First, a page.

Building stone terraces on sloping and hilly areas of a farm serve three main functions. One, conserve precious top soil and organic matter like decomposing and dried leaves and branches, from unmitigated erosion. Two, conserve water and minimize water run-off during strong rains, reduce flash floods, as rain water seep into the soft ground, even recharging the water table underground. And three, help beautify the farm.
Through time, with continued building of stone terraces – whether raising higher or moving backwards existing ones -- low-lying areas will be rising and uneven areas become flatter. In addition, it is possible that spring water can develop later at the bottom of high terraces as more rain water are deposited deep in the new soil created by the rising land. If the farmer is entrepreneurial enough, he can develop his farm into an eco-tourism resort with those spring waters and beautiful, high, and plentiful terraces around the farm.
So the terraces and the land become higher. One big question that will bug the farmer is whether to cement those stone terraces, or leave those stones as they are?
The advantage of cemented stone terraces is that the structures become more stable and more permanent. Like the various rice terraces in the Cordillera mountains in north Philippines, particularly the Banaue rice terraces in Ifugao. These terraces were “cemented” using special clay and strengthened by small and rough stones that fill in large spaces in-between the large stones. The terraces have been in existence for more than 1,000 years and they have withstood minor earthquakes.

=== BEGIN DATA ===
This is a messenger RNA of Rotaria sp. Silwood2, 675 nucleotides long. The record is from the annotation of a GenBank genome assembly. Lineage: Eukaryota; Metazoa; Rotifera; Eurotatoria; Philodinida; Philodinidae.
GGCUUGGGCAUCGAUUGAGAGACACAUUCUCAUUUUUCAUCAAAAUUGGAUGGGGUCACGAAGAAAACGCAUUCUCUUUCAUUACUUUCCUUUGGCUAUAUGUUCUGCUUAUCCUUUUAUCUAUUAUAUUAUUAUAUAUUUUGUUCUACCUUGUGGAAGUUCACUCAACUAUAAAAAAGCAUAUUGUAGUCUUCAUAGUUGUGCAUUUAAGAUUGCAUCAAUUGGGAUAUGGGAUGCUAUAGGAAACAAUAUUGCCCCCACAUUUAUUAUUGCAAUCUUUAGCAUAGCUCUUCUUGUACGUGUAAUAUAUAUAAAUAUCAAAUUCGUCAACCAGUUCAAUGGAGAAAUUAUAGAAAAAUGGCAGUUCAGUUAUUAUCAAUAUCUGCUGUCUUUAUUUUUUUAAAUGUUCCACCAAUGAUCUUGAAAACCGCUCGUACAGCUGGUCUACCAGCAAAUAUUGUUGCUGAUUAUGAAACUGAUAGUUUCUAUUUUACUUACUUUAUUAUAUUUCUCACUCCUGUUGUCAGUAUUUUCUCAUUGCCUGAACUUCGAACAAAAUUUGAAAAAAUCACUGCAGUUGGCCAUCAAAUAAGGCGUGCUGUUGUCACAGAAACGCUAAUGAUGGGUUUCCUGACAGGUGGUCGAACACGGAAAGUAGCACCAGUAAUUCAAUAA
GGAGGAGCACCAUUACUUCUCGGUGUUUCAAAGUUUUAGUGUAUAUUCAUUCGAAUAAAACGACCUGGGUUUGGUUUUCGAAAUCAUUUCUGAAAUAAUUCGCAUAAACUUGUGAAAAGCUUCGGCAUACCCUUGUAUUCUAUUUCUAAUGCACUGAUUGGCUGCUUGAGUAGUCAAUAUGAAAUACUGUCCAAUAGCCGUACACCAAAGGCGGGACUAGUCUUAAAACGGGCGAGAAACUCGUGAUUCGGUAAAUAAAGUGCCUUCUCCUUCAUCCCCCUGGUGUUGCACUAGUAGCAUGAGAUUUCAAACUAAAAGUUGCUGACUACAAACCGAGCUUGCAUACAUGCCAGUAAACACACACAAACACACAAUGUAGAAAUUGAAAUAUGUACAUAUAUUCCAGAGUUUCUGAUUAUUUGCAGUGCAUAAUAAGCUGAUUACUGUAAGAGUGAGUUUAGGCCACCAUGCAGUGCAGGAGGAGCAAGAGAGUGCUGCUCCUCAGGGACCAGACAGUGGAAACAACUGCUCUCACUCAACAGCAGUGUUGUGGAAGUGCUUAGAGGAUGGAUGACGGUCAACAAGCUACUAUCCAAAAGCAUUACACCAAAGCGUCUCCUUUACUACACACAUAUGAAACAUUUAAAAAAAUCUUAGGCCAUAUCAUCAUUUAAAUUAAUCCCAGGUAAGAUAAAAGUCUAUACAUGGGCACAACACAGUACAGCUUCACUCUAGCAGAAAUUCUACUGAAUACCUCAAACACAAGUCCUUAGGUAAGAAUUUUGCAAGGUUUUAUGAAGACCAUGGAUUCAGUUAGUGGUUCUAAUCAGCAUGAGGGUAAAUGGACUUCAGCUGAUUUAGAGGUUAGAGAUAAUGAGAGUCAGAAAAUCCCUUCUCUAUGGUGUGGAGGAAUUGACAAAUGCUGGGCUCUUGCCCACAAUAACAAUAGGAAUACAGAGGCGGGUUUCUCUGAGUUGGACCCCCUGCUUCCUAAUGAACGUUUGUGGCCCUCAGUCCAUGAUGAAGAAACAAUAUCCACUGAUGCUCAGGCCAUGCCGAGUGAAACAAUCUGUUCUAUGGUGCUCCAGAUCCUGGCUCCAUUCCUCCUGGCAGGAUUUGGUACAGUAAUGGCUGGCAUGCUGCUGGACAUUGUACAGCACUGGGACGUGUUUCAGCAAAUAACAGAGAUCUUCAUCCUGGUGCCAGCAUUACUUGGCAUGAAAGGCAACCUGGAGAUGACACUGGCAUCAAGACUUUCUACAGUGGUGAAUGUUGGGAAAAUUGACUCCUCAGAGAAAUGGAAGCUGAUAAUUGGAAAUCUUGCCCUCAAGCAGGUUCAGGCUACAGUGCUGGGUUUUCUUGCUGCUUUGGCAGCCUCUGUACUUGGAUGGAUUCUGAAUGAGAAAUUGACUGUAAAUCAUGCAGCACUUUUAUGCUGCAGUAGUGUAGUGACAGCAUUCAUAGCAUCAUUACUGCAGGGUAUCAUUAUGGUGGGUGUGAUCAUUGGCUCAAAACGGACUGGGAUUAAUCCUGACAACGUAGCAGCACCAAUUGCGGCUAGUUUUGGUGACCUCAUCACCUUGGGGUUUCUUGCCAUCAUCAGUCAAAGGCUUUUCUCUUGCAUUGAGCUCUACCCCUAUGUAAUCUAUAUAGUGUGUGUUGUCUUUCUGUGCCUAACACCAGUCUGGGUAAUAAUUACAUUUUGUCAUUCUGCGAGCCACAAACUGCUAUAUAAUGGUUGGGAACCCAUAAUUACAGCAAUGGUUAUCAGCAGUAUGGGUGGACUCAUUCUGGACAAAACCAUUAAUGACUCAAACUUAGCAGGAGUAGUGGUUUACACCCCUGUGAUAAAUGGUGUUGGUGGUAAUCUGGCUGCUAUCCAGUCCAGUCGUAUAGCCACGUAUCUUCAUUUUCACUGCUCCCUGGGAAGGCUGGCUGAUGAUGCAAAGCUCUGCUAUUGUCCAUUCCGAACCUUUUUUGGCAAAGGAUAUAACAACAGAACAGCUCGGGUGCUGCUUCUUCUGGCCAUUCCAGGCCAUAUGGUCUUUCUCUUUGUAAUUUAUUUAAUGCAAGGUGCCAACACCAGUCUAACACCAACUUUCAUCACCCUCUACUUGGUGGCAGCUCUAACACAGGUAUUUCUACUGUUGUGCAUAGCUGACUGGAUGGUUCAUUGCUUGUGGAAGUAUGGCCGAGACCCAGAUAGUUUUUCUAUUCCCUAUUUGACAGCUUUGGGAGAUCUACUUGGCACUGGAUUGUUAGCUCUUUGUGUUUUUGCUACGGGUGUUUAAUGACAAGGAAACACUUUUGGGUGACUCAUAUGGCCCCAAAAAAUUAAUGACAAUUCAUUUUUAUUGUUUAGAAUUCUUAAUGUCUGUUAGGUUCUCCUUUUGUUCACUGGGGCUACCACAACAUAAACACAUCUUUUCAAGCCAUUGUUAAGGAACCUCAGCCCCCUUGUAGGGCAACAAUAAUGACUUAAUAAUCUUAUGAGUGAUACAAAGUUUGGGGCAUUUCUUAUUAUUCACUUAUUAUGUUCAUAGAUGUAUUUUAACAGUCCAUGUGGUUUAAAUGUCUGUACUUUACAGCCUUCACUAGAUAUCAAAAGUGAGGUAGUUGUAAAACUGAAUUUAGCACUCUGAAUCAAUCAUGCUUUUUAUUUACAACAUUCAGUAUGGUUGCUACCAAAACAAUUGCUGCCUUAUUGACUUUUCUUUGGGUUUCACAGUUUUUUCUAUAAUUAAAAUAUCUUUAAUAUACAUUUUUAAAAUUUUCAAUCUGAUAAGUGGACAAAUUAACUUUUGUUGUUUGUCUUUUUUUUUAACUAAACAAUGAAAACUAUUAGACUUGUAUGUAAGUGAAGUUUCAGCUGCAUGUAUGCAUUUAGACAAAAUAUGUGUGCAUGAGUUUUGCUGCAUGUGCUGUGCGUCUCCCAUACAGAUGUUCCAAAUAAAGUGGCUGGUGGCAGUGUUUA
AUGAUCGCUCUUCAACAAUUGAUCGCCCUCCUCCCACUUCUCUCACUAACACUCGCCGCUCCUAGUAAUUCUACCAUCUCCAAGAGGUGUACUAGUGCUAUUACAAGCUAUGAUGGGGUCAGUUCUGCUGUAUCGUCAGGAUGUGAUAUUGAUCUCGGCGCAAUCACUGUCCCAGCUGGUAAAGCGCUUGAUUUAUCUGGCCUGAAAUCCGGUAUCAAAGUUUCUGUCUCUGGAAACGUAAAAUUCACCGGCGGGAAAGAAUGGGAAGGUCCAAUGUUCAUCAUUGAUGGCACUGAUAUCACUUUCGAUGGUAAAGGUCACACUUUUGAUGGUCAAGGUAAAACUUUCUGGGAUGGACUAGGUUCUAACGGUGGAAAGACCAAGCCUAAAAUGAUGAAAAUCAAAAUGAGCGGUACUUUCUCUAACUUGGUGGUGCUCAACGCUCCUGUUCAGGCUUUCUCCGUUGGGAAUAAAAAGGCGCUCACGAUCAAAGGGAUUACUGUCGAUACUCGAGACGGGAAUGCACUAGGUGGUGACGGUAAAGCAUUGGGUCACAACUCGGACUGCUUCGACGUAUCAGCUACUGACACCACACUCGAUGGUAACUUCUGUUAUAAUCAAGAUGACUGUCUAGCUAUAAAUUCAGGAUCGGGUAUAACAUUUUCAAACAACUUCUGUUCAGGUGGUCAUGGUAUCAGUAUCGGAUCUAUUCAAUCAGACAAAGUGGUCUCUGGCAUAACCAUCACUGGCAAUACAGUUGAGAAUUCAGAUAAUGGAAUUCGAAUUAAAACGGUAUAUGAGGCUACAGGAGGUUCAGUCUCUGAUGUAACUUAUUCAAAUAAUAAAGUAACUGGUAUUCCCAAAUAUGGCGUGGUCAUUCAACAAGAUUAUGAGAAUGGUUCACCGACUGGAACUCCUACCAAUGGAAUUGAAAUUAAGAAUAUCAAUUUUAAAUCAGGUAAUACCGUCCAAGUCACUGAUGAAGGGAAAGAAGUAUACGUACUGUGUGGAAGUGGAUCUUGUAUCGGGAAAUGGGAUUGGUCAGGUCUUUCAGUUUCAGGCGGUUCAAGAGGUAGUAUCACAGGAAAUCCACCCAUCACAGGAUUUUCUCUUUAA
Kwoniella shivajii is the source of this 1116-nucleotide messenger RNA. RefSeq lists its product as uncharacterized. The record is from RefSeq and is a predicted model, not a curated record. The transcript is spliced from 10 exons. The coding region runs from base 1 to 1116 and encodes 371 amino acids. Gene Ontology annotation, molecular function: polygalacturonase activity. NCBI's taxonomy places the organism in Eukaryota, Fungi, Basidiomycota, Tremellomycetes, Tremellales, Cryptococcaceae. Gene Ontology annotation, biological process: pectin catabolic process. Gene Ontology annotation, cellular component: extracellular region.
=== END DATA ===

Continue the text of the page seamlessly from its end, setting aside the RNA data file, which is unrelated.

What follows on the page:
There are three big disadvantages though. One, new layers of organic farm waste like rice straws, dried leaves and branches of trees, can no longer be accommodated by the terraces because the stones are no longer movables. So upland farmers just burn the rice straw every year, the same practice being done by lowland rice farmers. Two, water logging can be a real problem if there are not enough outlet. So that either the big volume of water trapped behind those terraces will destroy the structure through time, or the roots will be suffocated as water will fill in tine air spaces underneath. And three, if there are big trees near the cemented terraces, the roots show their hatred to cement by bulging wide and high, eventually destroying the structure.
Terraces that are not cemented and continuously adjusted upwards and/or backwards, have the disadvantage of being less stable, especially if they are not constructed well. But they have the advantages of avoiding the 3 pitfalls of cemented terraces mentioned above. In particular, the terraces are porous, water can come out anytime on thousands of spaces between the stones, so that probability of water logging is small. Except of course during very heavy rainfall where flash floods are occurring anywhere.